Get ready for a little music history lesson. Don’t worry, I assure you it’s quite fascinating.
The music industry has had a very bizarre way of evolving throughout human history, and once music started being recorded and marketed at the dawn of the 20th century, the game officially changed. .
The genres we listened to slowly became more unconventional, experimental and even controversial with the rise in popularity of soul, rock and roll and R&B in the 1950s and 1960s. For many listeners, the hippie movement was something that undeniably disrupted the established order – drug use, sexual experimentation, opposition to the Vietnam War, the civil rights movement – all of which were largely influenced and encouraged by the music makers of the time.
The Beatles were playing with the band, guitarists began to popularize distortion, and contemporary songs became more complex. During this period, a producer by the name of Phil Spector became one of the most prolific names in the industry when he developed “The Wall of Sound”.
In the 70s and 80s, punk rock began to gain popularity, pop music evolved, and all of these subgenres of rock and pop began to emerge, from heavy metal to progressive rock to synth. pop and goth rock. Just when you thought music was hitting its peak with Bowie and Zeppelin, Queen’s ‘Bohemian Rhapsody’ burst onto the scene – and that wasn’t until the mid-’70s.
While many of these bands were successful, their process and approach was often littered with experimentation. David Bowie is one of the greatest examples of a mainstream artist who practically had a natural need to challenge the conventional. Bowie’s 1977 single, “Heroes”, for example, has a fairly basic musical structure, however, there is so much going on in the instrumentation; layers of synthesizers and guitar feedback.
All of these eclectic, unconventional and experimental approaches then influenced the next generation of artists, presenting deep and atmospheric songs. Then came The Jesus and Mary Chain, Cocteau Twins and My Bloody Valentine. Bands like Slowdive (which drew inspiration from the works of Bowie and his collaborator Brian Eno), RIDE, Chapterhouse and Lush, which, with those huge sounds, but with a stagnant and almost distant appearance, began to be called “shoegaze – otherwise known as “The Stage That Celebrates Itself”.
There is no easy way to define shoegaze. It is rooted in goth, noise rock, psychedelia, ambient music and electro. Listeners, writers, and critics alike might try to reduce it to dream-pop, though that gives it an oversimplification at the surface level. Common characteristics of shoegazing include chimy or swirling guitars, lo-fi production techniques, vocals drowned in reverb, pop structures, cinematic and psychedelic visuals, and atmospheric soundscapes.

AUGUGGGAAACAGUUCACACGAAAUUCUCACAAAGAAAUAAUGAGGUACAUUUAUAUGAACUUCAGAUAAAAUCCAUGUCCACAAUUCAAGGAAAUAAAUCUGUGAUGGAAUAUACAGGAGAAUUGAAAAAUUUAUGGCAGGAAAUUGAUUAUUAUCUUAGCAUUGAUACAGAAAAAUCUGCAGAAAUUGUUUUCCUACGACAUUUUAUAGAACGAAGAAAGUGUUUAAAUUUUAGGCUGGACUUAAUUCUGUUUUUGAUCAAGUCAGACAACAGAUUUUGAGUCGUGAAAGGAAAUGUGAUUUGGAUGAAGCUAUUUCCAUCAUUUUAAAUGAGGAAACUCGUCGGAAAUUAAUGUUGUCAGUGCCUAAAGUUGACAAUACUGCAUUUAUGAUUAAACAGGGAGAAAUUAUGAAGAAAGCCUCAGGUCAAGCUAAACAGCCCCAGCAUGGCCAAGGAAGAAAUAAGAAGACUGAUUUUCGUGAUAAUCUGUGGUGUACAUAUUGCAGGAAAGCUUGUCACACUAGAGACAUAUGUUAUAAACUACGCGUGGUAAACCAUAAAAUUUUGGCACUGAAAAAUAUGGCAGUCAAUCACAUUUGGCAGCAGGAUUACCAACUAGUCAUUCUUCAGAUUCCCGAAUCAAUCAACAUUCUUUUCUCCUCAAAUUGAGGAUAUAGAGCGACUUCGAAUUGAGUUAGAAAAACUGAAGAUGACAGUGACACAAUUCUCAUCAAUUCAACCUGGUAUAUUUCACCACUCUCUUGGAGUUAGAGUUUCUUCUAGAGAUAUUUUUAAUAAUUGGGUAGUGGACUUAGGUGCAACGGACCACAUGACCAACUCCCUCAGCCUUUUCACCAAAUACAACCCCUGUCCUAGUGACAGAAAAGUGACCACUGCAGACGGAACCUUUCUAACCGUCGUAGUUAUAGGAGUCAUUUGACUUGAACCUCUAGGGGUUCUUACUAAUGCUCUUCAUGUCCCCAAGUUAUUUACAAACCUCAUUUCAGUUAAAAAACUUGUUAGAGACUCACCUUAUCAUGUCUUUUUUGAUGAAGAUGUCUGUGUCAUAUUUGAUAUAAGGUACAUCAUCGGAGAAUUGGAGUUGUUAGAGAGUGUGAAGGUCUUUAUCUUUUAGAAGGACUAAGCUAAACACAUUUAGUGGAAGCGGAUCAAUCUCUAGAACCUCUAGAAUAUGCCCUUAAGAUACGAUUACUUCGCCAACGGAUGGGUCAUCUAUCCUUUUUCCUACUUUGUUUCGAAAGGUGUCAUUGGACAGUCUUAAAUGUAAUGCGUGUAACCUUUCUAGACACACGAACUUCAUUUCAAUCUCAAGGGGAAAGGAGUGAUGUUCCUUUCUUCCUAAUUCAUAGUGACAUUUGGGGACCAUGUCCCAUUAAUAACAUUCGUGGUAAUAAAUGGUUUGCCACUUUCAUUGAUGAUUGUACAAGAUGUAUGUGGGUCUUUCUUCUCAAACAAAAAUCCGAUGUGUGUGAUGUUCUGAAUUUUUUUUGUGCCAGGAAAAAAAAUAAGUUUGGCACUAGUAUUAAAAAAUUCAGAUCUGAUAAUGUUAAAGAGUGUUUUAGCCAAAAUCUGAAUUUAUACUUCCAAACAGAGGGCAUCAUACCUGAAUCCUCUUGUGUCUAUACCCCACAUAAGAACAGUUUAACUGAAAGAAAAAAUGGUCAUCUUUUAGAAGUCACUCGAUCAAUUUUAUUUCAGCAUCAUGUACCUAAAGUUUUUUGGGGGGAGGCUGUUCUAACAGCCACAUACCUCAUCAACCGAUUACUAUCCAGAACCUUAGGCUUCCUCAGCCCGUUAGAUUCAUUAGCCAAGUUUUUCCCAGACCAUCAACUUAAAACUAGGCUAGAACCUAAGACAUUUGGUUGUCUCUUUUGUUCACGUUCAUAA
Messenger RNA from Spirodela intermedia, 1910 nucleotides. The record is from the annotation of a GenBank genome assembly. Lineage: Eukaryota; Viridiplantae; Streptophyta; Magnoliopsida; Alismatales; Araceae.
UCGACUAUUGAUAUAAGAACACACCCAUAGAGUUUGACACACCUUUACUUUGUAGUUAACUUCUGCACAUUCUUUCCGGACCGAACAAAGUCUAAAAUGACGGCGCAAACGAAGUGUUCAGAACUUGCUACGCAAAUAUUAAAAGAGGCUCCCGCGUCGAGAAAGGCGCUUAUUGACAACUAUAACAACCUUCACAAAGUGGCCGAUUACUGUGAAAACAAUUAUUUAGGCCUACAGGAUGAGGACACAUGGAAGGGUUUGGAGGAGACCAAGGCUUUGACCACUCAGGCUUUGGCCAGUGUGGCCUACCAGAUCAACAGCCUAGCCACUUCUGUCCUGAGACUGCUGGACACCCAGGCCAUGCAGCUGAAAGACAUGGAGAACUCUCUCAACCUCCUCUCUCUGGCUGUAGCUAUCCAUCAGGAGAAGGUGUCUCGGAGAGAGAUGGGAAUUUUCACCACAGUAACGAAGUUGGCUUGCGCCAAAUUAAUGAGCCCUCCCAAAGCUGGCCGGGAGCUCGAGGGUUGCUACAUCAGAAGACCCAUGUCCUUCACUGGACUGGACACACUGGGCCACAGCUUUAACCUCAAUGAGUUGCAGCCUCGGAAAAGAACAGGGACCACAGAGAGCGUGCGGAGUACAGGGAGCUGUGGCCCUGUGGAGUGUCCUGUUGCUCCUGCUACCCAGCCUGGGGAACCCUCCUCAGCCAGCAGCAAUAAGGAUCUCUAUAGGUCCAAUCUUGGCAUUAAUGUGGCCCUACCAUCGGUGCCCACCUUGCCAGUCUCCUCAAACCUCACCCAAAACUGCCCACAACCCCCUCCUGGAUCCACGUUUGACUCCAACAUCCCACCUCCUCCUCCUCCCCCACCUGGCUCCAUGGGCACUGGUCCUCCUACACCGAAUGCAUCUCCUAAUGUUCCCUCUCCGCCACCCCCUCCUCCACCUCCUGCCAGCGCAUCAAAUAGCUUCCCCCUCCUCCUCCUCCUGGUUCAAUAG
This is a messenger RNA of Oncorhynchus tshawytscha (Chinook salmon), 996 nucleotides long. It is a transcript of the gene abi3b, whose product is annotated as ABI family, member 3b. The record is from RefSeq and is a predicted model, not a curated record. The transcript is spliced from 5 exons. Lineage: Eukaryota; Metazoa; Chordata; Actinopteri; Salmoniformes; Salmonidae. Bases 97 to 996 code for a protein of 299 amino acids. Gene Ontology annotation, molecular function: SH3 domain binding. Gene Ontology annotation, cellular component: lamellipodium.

Based primarily in the UK, shoegaze bands enjoyed very moderate success in the late 1980s and early 1990s. However, once grunge and Britpop burst into the mainstream, shoes were less looked at, but rather trampled on. Many bands broke up or had to change their sound.
Thankfully, with the amount of information readily available on the internet, streaming services, and a big thanks to the number of bands that have come together over the past few years, the scene has seen something of a revival.
While the shoegaze scene was a tight-knit bunch, it also transcended into more modern bands of wider ranges ranging from Deftones, Beach House, M83 and even Tame Impala. With newer bands like DIIV and NOTHING, and reuniting bands like Slowdive, My Bloody Valentine and RIDE, it’s safe to say that shoegaze is no longer in a coma.
During the pandemic, I started working on a new project with songs I had made over the years of my young adult life, but had never realized until recently that many of them were shoegazey in nature. I became friends with Sean Winick, alumnus of Toronto alternative rock band Late Kings, who quietly broke up in 2020 due to the unpredictability of the pandemic following the release of his self-titled debut album. The album mixes a nostalgic, yet quirky twist of ’90s grunge and alternative rock throwback to the sounds of Silverchair, Nirvana and Smashing Pumpkins while combining influences from modern bands like Basement and Citizen.
Photography: Adam Nightingale, courtesy of Sean Winick
Shoegaze’s music was something we bonded over and it’s something we look at through a wide lens. “For me, it’s the emotional weight that the music evokes, it’s almost inexplicable. The main focus isn’t something like the voice – it’s there like a layer. He is supposed to be drowned and lost in this magnificent sonic chaos. Winick compared the genre’s sound to “epic” orchestral music from film scores he listened to in his early teens.